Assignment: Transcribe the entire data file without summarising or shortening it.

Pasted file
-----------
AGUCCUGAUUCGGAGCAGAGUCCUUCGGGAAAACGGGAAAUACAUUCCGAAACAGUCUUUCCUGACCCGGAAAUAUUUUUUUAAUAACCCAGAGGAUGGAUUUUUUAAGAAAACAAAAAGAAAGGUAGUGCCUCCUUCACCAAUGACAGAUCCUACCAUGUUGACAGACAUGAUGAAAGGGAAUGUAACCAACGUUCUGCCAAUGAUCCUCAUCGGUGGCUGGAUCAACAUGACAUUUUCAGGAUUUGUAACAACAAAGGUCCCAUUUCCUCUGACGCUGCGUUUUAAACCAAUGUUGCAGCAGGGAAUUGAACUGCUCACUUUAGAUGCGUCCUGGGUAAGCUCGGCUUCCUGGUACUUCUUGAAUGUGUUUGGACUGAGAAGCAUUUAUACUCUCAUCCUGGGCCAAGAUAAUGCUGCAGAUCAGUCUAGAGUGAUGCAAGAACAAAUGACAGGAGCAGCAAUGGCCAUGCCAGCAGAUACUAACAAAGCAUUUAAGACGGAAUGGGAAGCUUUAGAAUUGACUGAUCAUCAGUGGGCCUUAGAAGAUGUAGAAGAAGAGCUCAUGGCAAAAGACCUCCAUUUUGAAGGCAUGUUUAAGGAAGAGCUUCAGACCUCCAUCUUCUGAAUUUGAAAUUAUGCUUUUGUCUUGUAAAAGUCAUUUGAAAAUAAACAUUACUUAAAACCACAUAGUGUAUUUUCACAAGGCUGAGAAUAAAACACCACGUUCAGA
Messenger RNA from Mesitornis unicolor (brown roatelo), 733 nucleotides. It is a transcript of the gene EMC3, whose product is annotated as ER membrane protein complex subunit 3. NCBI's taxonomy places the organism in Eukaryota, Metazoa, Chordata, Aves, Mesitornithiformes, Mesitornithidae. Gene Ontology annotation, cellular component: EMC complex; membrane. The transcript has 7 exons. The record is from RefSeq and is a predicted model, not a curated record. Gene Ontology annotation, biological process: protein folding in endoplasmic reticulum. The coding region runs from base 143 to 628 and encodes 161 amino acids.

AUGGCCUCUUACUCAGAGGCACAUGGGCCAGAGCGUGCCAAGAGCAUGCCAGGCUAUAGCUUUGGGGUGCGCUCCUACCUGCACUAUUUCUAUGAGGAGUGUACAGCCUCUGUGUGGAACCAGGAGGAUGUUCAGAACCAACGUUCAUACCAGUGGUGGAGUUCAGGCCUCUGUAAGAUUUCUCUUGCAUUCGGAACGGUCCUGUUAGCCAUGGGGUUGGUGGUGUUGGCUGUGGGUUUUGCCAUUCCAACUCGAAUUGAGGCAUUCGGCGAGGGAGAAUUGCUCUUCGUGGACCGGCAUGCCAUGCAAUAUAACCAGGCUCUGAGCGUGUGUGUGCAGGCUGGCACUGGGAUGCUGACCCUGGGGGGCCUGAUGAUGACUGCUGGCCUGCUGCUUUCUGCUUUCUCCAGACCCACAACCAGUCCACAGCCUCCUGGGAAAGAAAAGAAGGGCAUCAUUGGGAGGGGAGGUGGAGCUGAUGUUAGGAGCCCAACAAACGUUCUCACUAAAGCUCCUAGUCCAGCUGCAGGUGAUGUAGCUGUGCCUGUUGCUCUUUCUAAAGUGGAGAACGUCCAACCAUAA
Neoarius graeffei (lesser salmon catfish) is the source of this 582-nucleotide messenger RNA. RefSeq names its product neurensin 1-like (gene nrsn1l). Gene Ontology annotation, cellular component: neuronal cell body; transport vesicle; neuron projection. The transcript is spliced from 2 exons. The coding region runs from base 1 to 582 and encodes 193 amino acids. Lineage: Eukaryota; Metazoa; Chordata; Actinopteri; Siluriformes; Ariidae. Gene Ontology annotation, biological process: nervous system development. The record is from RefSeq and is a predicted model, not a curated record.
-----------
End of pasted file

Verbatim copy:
AGUCCUGAUUCGGAGCAGAGUCCUUCGGGAAAACGGGAAAUACAUUCCGAAACAGUCUUUCCUGACCCGGAAAUAUUUUUUUAAUAACCCAGAGGAUGGAUUUUUUAAGAAAACAAAAAGAAAGGUAGUGCCUCCUUCACCAAUGACAGAUCCUACCAUGUUGACAGACAUGAUGAAAGGGAAUGUAACCAACGUUCUGCCAAUGAUCCUCAUCGGUGGCUGGAUCAACAUGACAUUUUCAGGAUUUGUAACAACAAAGGUCCCAUUUCCUCUGACGCUGCGUUUUAAACCAAUGUUGCAGCAGGGAAUUGAACUGCUCACUUUAGAUGCGUCCUGGGUAAGCUCGGCUUCCUGGUACUUCUUGAAUGUGUUUGGACUGAGAAGCAUUUAUACUCUCAUCCUGGGCCAAGAUAAUGCUGCAGAUCAGUCUAGAGUGAUGCAAGAACAAAUGACAGGAGCAGCAAUGGCCAUGCCAGCAGAUACUAACAAAGCAUUUAAGACGGAAUGGGAAGCUUUAGAAUUGACUGAUCAUCAGUGGGCCUUAGAAGAUGUAGAAGAAGAGCUCAUGGCAAAAGACCUCCAUUUUGAAGGCAUGUUUAAGGAAGAGCUUCAGACCUCCAUCUUCUGAAUUUGAAAUUAUGCUUUUGUCUUGUAAAAGUCAUUUGAAAAUAAACAUUACUUAAAACCACAUAGUGUAUUUUCACAAGGCUGAGAAUAAAACACCACGUUCAGA
Messenger RNA from Mesitornis unicolor (brown roatelo), 733 nucleotides. It is a transcript of the gene EMC3, whose product is annotated as ER membrane protein complex subunit 3. NCBI's taxonomy places the organism in Eukaryota, Metazoa, Chordata, Aves, Mesitornithiformes, Mesitornithidae. Gene Ontology annotation, cellular component: EMC complex; membrane. The transcript has 7 exons. The record is from RefSeq and is a predicted model, not a curated record. Gene Ontology annotation, biological process: protein folding in endoplasmic reticulum. The coding region runs from base 143 to 628 and encodes 161 amino acids.

AUGGCCUCUUACUCAGAGGCACAUGGGCCAGAGCGUGCCAAGAGCAUGCCAGGCUAUAGCUUUGGGGUGCGCUCCUACCUGCACUAUUUCUAUGAGGAGUGUACAGCCUCUGUGUGGAACCAGGAGGAUGUUCAGAACCAACGUUCAUACCAGUGGUGGAGUUCAGGCCUCUGUAAGAUUUCUCUUGCAUUCGGAACGGUCCUGUUAGCCAUGGGGUUGGUGGUGUUGGCUGUGGGUUUUGCCAUUCCAACUCGAAUUGAGGCAUUCGGCGAGGGAGAAUUGCUCUUCGUGGACCGGCAUGCCAUGCAAUAUAACCAGGCUCUGAGCGUGUGUGUGCAGGCUGGCACUGGGAUGCUGACCCUGGGGGGCCUGAUGAUGACUGCUGGCCUGCUGCUUUCUGCUUUCUCCAGACCCACAACCAGUCCACAGCCUCCUGGGAAAGAAAAGAAGGGCAUCAUUGGGAGGGGAGGUGGAGCUGAUGUUAGGAGCCCAACAAACGUUCUCACUAAAGCUCCUAGUCCAGCUGCAGGUGAUGUAGCUGUGCCUGUUGCUCUUUCUAAAGUGGAGAACGUCCAACCAUAA
Neoarius graeffei (lesser salmon catfish) is the source of this 582-nucleotide messenger RNA. RefSeq names its product neurensin 1-like (gene nrsn1l). Gene Ontology annotation, cellular component: neuronal cell body; transport vesicle; neuron projection. The transcript is spliced from 2 exons. The coding region runs from base 1 to 582 and encodes 193 amino acids. Lineage: Eukaryota; Metazoa; Chordata; Actinopteri; Siluriformes; Ariidae. Gene Ontology annotation, biological process: nervous system development. The record is from RefSeq and is a predicted model, not a curated record.